Games

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Better_Call_Saul_Trevor

If you catch tonight’s episode of Better Call Saul, you’ll certainly remember the “Pimento” scene. But did you note the familiar voice or the vaguely familiar face? Steven Ogg, the voice actor and obvious visual inspiration for Trevor in Grand Theft Auto V, shows up in a small but memorable role, pretty much playing Trevor.

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Driveclub_replay

In the ongoing saga of Driveclub being a five-star racing game that was released two stars too early, it has finally gotten a replay feature. Now you can enjoy the truly gorgeous graphics without having to keep your eyes on the road. The replay mode lets you watch a race from a variety of camera views, with the option to enter a ridiculously detailed photo mode if you want to grab stills. It’s also a new way of looking at the tracks to learn how to drive them better.

The latest update also claims to make drift events less annoying. I’m not sure that’s possible, as I’ve yet to meet a drift mode in a videogame that wasn’t annoying. But with relaxed requirements for scoring drifts, at least it’s easier to get the stars you need to progress in the single-player tours.

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CS_arts

Citybuilders are among the most information dense games you can play. Any citybuilder worth its salt is all about the whys and wherefores. Why is traffic bad here but fine there? Why did I suddenly run out of power? Why is the garbage not getting collected? Why is raw sewage backing up into houses? Why are people leaving? Why am I in an economic death spiral? Why don’t I just start over?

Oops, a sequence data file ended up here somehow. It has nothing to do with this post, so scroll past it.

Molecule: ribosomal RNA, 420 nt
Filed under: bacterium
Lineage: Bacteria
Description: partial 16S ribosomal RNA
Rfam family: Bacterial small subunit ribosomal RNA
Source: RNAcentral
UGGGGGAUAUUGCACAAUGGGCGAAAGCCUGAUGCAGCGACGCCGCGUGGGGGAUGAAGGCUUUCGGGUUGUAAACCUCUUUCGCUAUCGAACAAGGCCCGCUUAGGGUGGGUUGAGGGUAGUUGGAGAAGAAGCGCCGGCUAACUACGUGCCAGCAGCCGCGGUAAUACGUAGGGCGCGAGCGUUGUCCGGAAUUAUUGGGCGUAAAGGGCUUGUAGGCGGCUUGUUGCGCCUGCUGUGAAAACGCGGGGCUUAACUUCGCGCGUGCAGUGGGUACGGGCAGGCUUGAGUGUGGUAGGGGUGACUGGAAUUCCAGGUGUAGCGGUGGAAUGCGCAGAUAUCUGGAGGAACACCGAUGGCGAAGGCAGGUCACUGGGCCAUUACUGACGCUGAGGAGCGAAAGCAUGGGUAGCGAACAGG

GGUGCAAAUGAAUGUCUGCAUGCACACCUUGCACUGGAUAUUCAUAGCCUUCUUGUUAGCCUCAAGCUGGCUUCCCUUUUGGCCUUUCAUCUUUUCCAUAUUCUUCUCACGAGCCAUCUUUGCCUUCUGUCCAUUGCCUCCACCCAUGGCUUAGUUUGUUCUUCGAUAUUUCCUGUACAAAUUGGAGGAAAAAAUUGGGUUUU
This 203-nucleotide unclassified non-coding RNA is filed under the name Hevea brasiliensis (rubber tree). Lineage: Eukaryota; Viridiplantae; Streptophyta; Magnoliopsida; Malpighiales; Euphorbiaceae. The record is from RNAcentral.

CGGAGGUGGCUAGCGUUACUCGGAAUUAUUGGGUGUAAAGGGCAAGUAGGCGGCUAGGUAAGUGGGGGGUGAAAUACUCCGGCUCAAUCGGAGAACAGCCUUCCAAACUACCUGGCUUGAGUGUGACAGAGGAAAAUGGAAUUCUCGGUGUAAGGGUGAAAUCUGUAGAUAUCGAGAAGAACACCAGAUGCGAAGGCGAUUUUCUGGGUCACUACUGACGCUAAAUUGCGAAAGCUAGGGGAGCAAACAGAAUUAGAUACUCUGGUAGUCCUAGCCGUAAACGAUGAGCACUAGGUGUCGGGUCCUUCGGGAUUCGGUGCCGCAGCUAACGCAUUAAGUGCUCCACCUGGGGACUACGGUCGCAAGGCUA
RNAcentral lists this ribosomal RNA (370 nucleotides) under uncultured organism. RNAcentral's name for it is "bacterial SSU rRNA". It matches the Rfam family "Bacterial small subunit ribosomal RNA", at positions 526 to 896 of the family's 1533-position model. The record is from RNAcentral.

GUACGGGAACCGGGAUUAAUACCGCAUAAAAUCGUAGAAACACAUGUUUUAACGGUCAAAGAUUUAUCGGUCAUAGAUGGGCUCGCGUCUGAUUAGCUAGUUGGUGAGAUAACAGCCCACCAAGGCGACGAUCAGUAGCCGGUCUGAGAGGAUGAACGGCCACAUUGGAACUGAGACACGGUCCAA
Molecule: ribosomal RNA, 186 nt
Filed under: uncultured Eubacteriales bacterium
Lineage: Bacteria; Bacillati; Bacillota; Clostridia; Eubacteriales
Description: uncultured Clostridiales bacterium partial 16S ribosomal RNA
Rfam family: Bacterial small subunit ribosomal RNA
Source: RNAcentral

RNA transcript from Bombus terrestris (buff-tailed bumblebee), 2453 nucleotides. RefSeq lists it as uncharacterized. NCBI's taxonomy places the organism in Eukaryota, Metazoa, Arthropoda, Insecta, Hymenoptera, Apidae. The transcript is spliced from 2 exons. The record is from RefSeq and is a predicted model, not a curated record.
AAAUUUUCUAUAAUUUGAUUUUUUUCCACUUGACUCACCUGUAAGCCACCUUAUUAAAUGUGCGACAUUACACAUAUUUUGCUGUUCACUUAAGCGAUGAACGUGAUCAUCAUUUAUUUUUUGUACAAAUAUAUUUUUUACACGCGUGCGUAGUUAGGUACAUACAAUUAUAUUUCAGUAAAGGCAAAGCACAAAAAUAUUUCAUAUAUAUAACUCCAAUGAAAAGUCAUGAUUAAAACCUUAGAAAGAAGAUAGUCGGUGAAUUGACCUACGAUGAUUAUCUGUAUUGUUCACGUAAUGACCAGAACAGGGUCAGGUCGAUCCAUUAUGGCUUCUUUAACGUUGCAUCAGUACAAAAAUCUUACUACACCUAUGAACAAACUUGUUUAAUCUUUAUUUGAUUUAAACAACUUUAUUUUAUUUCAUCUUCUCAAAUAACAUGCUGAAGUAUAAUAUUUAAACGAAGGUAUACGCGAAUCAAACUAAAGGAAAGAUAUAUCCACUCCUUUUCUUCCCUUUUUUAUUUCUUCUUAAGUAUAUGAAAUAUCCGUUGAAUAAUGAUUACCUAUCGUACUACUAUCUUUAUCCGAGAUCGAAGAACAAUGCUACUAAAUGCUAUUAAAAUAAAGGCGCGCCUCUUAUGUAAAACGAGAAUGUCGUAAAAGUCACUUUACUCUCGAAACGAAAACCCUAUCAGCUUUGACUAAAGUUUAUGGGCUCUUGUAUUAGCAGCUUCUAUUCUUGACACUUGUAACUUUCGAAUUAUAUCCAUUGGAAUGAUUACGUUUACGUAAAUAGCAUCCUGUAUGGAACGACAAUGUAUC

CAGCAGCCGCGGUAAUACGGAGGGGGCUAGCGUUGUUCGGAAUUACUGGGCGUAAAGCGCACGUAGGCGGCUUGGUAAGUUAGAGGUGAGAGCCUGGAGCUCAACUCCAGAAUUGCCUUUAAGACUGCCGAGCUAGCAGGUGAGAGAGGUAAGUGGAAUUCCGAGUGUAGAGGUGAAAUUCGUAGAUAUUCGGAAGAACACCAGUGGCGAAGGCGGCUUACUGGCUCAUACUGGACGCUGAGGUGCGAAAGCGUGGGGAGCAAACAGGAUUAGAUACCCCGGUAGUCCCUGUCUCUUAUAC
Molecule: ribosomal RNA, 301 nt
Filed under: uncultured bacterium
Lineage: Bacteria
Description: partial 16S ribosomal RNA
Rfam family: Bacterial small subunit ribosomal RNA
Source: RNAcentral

Cities: Skylines gives you pretty much all the stats, map overlays, and information displays you could want. Let me show you one in particular.

After the jump, bring da noize. Continue reading →

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Sunless_Sea_PM_main

Failbetter’s Alexis Kennedy has a great post-mortem of Sunless Sea here. I particularly appreciate how he explains that some of his design decisions might not have resonated with a wider range of people, because he was staying true to a specific creative focus:

Ship speed is a good example. Sunless Sea is a stately game. You could reasonably call it a slow game. But we’ve resisted speeding up the ship, because it would reduce the tension, the sense of space and distance, and the menace of the dark. I think it’s quite possible that if the ship was 50% faster, the game would be more fun and less grindy – but I also think there’s an invisible line we’d cross, somewhere before that 50%, where the atmosphere was diminished without anyone quite knowing why. If we hadn’t had that iron creative focus from the beginning, I don’t think we’d have held our nerve, and Sunless Sea would have ended up a zippier, slighter experience.

Amen, brother. Some people have edited files to make the ship faster, which would be like fast-forwarding through the slow parts of a Stanley Kubrick movie. Sure, you could do it, but then you’re a philistine. I love how Kennedy tacitly concedes that game design doesn’t always have to worship at the altar of “fun”. If I want to have fun, I’d go outside and play tetherball. If I want a uniquely moving experience of exploring the unknown, I’ll play Sunless Sea.

Read the rest of the post-mortem for Kennedy’s confession that Sunless Sea is confused about it’s identity as a CRPG or a roguelike, how veteran players nearly ruined the early parts of the game, how early access saved us all from a terrible combat system (seriously, their first iteration at combat sounds godawful!), and how many bat skeletons Failbetter keeps in the office.

(You can read my review here.)

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886737

If you love numbers and stats, a good action RPG like Diablo III will happily oblige you with more numbers and stats than you can shake an abacus at. But I didn’t have the foggiest notion about the game’s concept of distance until I saw The Escapist’s breakdown of just what “one yard” means in Tristramiam measurement.

In related news, here are some upcoming changes in the next patch. Hey, Blizzard, Diablo III is already good enough! Stop trying to make me want to keep playing!